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“Dazzling” Lorde puts on a stellar show at Wells Fargo Arena

Photo by the Des Moines Register


According to Metacritic, the culture review aggregator website, Lorde’s “Melodrama” was the third best-reviewed album of 2017, behind only Kendrick Lamar’s DAMN. and Mount Eerie’s “A Crow Looked At Me.” “Melodrama,” coming a full four years after Lorde’s debut “Pure Heroine,” established Lorde as perhaps the one singer-songwriter to exist fully at the intersection of commercial and critical success.

Yet I remained partially a non-believer. I really enjoyed “Melodrama”; heck, I put it on my top albums of 2017 list. But I couldn’t shake the feeling that Lorde didn’t really have much to set her apart from her pop contemporaries. She didn’t produce her own music, and her sounds, while pleasant, were trendy. I guess I just didn’t understand what made “Melodrama” the “voice of a generation,” as one reviewer put it.

After seeing Lorde perform this Sunday at Wells Fargo Arena, I am no longer a non-believer. In fact, I’m a bona fide Lorde fan, revisiting her past work and seeing “Melodrama” – an album I already enjoyed – in a new light. She was captivating, beautiful, deft and charismatic on stage, without an ounce of cynicism or negative energy. Lorde’s a star.

New York-based singer-songwriter Mitski opened at about 8:00 pm, and it was a bittersweet performance for myself, a casual fan. I was really excited to see her get such a high-profile gig, opening for one of the world’s biggest pop stars, but by the time she entered, many of the concertgoers were still filing in. Nobody knew her music. So while she performed it well and was very cordial on stage, I would’ve preferred a smaller venue for Mitski.

Run The Jewels are the complete opposite. They should be headlining stadiums themselves. The hip-hop duo of Atlantan Killer Mike and New Yorker El-P absolutely accomplished their goal of getting the crowd fired up for the headliner. They performed for about 45 minutes, going through all their biggest hits; the crowd was especially fired up for “Nobody Speak” and “Oh My Darling Don’t Cry.” In between, Mike constantly referred to how cool Des Moines is, and they offered some really wonderful sentiments about self-love and Women’s History month. Run The Jewels nailed their performance, and even though their white-hot ascension from a few years ago has cooled, they still know how to excite a crowd.

Then, at about 9:30 pm, Lorde appeared. She was backed by six supremely talented backup dancers, who focused on elegant and graceful ballet, an interesting touch. The stage was modest; the backing band was barely visible, and the only essential piece of staging was a plexiglass structure that dancers performed in. Lorde danced around, singing a few hits from “Melodrama,” then relaxed into some of her older cuts. This was the one lull in the concert; a four-song stretch from “Magnets” to “Ribs” featured songs that many in attendance barely knew, and the energy of the concert wavered.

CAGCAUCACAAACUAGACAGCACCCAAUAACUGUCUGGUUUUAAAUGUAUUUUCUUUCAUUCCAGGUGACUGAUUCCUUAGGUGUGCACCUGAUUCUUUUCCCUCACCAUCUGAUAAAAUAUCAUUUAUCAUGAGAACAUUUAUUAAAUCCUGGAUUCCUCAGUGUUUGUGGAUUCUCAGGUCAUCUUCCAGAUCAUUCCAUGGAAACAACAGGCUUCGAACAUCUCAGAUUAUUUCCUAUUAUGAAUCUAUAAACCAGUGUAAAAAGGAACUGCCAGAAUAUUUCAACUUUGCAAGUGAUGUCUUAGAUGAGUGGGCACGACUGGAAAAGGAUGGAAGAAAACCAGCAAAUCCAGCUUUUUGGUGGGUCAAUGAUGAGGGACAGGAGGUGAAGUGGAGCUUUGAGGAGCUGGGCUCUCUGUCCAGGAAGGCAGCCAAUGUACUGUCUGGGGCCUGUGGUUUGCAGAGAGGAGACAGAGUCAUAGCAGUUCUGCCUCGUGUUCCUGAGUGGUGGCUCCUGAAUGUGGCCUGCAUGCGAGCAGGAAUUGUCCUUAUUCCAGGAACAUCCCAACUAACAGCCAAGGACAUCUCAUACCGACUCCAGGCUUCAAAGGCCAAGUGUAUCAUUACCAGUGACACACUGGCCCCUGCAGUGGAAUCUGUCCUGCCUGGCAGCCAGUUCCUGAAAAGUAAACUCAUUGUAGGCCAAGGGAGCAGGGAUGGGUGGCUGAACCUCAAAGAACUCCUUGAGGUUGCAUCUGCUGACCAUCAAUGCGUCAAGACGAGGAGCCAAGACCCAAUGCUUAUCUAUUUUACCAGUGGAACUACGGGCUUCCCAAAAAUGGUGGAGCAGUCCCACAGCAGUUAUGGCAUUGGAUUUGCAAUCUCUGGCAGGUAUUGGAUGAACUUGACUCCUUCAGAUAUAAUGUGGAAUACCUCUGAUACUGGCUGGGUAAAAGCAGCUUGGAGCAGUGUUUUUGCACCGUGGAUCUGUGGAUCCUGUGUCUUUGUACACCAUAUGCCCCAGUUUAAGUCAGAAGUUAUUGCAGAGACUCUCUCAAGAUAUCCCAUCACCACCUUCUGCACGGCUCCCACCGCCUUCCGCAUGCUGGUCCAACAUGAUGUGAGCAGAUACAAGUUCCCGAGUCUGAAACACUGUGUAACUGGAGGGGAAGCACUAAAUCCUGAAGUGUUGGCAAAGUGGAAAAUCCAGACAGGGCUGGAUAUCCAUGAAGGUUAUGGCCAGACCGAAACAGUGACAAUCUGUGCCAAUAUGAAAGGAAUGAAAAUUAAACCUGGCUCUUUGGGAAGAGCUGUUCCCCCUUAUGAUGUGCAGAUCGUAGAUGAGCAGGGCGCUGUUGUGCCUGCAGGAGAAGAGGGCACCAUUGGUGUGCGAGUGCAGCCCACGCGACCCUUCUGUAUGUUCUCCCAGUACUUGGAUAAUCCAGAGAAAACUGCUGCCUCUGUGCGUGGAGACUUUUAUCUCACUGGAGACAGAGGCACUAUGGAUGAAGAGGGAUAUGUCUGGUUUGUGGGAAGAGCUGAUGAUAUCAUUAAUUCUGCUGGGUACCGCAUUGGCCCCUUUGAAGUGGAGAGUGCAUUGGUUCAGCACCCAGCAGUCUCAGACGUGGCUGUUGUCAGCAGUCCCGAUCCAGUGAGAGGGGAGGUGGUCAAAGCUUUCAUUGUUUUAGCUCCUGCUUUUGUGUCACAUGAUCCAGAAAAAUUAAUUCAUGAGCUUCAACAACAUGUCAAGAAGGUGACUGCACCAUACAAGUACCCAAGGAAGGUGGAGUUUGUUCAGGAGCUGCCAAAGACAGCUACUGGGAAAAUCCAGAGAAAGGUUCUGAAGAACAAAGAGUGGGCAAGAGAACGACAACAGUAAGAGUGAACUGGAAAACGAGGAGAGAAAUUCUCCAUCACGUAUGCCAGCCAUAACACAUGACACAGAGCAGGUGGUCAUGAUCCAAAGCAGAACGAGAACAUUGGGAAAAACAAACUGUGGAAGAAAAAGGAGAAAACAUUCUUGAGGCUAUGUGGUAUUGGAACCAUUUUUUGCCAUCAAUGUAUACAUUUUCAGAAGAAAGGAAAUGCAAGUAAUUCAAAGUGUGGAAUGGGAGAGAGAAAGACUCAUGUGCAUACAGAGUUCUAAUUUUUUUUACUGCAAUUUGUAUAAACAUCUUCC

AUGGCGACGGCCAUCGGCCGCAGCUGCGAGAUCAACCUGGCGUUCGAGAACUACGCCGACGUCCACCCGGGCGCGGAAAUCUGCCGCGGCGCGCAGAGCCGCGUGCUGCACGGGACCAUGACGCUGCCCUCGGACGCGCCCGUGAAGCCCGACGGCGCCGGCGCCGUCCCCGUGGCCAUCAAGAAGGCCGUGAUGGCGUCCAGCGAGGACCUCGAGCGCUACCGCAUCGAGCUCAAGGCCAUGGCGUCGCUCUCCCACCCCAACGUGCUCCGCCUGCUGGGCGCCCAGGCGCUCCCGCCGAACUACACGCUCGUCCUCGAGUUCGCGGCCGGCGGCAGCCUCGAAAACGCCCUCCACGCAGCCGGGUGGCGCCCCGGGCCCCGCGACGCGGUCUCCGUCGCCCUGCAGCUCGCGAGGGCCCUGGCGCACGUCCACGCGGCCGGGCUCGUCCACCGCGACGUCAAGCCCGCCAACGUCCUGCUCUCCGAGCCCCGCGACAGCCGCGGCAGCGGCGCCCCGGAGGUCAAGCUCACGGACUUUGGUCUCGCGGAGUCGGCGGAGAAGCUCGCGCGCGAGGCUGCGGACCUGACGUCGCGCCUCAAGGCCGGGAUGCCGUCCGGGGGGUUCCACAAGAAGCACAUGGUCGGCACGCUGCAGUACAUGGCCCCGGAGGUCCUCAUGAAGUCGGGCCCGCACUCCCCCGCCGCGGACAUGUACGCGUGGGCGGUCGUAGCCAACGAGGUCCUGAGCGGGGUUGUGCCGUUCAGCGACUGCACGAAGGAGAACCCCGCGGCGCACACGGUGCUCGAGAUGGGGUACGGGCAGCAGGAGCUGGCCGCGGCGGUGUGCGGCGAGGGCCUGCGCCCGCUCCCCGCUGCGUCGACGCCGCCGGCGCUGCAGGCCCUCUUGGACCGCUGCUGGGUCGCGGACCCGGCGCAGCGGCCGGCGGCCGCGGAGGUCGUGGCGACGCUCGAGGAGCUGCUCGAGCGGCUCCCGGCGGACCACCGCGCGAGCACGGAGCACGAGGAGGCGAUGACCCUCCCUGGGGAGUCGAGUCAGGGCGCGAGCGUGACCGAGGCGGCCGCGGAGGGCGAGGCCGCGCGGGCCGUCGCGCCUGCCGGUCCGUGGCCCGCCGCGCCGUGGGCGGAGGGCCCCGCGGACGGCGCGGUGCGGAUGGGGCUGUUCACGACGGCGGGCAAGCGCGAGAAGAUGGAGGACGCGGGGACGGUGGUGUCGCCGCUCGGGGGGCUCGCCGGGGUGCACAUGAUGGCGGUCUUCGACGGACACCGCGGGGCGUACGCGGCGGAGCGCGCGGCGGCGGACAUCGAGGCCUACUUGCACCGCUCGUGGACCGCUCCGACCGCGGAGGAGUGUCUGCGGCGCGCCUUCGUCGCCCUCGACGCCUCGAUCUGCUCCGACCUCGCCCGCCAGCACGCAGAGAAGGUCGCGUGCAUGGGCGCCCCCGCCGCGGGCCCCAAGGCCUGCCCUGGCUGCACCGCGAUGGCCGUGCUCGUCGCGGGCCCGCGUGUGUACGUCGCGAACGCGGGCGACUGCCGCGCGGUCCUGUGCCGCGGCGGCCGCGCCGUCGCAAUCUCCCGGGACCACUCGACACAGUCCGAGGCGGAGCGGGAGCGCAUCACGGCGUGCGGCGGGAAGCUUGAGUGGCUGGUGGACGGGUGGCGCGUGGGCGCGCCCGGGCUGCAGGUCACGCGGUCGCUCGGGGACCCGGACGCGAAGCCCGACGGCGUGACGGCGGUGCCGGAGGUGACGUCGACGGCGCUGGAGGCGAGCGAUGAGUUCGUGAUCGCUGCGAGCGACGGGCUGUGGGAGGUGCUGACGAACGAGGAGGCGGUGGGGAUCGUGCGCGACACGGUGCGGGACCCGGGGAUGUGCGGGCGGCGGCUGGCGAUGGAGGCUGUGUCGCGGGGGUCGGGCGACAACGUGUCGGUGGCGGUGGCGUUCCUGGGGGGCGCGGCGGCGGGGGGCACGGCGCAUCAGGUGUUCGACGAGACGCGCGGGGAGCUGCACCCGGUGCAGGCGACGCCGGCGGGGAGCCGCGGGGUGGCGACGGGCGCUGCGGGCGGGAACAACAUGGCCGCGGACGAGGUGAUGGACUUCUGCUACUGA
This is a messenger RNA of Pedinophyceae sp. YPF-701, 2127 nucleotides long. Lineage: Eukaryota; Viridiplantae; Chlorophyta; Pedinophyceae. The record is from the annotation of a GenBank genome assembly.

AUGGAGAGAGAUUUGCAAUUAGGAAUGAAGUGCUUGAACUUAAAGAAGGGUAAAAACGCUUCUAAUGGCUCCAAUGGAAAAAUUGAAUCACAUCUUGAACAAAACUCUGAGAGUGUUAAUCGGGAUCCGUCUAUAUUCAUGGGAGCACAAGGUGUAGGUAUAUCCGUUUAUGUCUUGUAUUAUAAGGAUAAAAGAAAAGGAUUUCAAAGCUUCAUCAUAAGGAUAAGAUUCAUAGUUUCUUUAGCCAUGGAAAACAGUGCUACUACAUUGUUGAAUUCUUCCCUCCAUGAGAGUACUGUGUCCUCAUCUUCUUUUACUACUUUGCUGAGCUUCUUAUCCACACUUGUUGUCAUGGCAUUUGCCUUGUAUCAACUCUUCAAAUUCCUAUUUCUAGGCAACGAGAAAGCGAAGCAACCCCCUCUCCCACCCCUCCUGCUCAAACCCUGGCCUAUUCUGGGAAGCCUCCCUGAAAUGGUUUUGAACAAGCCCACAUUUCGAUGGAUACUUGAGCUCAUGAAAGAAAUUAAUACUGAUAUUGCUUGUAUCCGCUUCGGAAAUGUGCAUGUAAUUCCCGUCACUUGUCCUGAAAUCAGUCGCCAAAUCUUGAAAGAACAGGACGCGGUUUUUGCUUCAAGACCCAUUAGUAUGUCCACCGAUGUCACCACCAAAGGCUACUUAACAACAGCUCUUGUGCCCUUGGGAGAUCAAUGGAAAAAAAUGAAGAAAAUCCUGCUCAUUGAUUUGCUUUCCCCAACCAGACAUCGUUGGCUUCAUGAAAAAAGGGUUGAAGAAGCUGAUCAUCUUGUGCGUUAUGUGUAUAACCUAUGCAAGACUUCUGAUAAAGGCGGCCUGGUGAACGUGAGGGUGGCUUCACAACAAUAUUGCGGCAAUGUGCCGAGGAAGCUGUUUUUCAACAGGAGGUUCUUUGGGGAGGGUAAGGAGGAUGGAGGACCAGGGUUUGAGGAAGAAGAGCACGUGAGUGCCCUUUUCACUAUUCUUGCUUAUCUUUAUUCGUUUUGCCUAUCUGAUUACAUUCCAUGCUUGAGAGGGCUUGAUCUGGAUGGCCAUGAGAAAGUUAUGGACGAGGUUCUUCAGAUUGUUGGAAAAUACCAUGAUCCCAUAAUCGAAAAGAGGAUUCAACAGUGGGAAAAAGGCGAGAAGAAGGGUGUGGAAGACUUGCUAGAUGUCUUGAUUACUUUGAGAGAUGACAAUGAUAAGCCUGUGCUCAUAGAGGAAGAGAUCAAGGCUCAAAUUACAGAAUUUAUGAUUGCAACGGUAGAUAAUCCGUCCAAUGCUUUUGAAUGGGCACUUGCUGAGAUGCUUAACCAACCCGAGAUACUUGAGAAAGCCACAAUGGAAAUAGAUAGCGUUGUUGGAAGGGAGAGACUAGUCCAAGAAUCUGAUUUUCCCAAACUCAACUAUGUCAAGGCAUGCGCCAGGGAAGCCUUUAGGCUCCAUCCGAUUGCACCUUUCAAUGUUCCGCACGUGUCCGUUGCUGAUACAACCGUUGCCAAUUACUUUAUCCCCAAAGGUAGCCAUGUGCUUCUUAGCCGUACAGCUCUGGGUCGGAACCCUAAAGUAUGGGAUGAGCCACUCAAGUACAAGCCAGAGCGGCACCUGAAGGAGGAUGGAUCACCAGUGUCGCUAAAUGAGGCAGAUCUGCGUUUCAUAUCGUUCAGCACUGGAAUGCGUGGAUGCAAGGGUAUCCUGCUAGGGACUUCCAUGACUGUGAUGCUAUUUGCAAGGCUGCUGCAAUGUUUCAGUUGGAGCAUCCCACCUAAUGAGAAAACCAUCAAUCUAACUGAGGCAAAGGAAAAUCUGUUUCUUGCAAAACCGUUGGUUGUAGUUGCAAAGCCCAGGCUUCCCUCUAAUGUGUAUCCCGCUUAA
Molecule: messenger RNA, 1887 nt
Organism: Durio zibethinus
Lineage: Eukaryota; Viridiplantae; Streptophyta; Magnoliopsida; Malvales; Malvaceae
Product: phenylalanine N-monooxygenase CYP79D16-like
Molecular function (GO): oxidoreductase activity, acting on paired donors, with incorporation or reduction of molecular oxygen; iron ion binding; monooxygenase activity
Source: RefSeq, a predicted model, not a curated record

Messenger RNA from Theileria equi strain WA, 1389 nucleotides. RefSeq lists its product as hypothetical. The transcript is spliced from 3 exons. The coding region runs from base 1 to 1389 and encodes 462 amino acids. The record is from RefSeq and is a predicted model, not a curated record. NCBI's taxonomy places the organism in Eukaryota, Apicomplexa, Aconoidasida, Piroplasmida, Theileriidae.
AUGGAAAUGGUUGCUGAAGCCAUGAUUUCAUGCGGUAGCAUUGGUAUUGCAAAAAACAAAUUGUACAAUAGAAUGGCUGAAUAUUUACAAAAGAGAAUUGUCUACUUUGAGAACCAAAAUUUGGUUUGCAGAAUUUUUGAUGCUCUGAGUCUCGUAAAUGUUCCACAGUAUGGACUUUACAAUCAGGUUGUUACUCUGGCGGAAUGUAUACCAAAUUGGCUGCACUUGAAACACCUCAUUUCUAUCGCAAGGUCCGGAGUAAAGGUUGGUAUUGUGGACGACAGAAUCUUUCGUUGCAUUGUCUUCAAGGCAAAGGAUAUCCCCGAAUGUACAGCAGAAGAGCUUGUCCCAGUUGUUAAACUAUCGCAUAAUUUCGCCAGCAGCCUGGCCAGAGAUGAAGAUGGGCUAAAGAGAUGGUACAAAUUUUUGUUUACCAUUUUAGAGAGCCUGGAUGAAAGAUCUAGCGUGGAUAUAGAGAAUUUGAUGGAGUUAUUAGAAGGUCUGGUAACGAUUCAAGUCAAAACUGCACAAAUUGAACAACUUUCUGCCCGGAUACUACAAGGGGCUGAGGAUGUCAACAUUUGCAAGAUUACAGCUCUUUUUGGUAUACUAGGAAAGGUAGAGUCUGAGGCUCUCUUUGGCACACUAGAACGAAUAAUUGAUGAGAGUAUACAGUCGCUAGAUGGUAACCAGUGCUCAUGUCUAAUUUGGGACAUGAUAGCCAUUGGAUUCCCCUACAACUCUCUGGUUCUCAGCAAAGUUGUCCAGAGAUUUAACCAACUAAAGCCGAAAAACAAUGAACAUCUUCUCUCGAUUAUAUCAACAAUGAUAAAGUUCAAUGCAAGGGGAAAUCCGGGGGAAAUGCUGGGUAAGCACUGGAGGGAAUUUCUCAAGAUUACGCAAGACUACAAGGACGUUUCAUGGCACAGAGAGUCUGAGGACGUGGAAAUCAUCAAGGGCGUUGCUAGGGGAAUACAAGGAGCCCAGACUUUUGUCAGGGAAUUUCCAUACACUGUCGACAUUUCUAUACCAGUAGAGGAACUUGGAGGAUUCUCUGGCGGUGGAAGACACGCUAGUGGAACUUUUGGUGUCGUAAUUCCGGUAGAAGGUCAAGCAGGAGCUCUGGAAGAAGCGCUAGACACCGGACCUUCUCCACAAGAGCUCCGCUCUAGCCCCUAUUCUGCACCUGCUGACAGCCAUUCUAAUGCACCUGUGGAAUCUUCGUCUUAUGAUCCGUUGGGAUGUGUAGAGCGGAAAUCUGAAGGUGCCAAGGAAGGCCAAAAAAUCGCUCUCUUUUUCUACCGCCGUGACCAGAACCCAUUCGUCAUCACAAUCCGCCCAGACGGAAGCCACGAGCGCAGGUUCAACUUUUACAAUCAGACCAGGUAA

Her performance of “The Louvre” brought the crowd back to its original energy. After that song was one of the most powerful moments of the performance: a fully visible costume change. It made sense within the context of Lorde’s song narratives; the first third of the concert was teen party anthems, and she was dressed in a fashionable T-shirt and pants to match. After the costume change, Lorde was clad in a flowing princess dress, complete with globe shoulders, to show that she was transforming into the isolated singer-songwriter that she displays in more private moments.

What followed was the best stretch of the entire concert. Lorde began by explaining what the following song meant to her, and how it’s really a true story. The song was “Writer In The Dark” (for my money, the best song on “Melodrama”). She impressed with her deep contralto in the verses before dazzling with an ascendant, unique soprano falsetto on the chorus.

Then, she upped the emotional ante even further with a faithful cover of Frank Ocean’s “Solo” (a personal favorite of mine) and her barest ballad yet, “Liability.” All three of the preceding tracks are some of the best balladry you’ll ever hear, and they were better live than on recording.

After using “Sober II” as an interlude, the crowd was right back to roaring energy with “Supercut,” which should have dominated pop radio but wasn’t even released as a single. Then, she performed “Royals,” the one song everyone in attendance knew; it’s still one of the very best pop songs ever recorded.

But maybe the best pure concert experience I’ve ever been a part of was Lorde’s performance of “Green Light.” After imploring the entire crowd to get up and dance, we did that very thing, and we did it without a care. It was an exhilarating time.

The Melodrama Tour easily matches up with some of the best concerts I’ve ever been to. It’s clear that Lorde loves performing; despite her unassuming demeanor, she can tell when she has a crowd in the palm of her hand. I can’t wait to see her again.


  1. Tom April 3, 2018

    Just an FYI, Lorde (alongside Jack Antonoff) served as the executive co producer on Melodrama. She did produce her own music, with the assistance of a small group of other producers. Lorde also wrote the lyrics to 8 out of 11 tracks on her own, without assistance. Thanks 🙂

  2. _dopeghost_ April 4, 2018

    I CRINGED when i read this: “She didn’t produce her own music” DO UR RESEARCH

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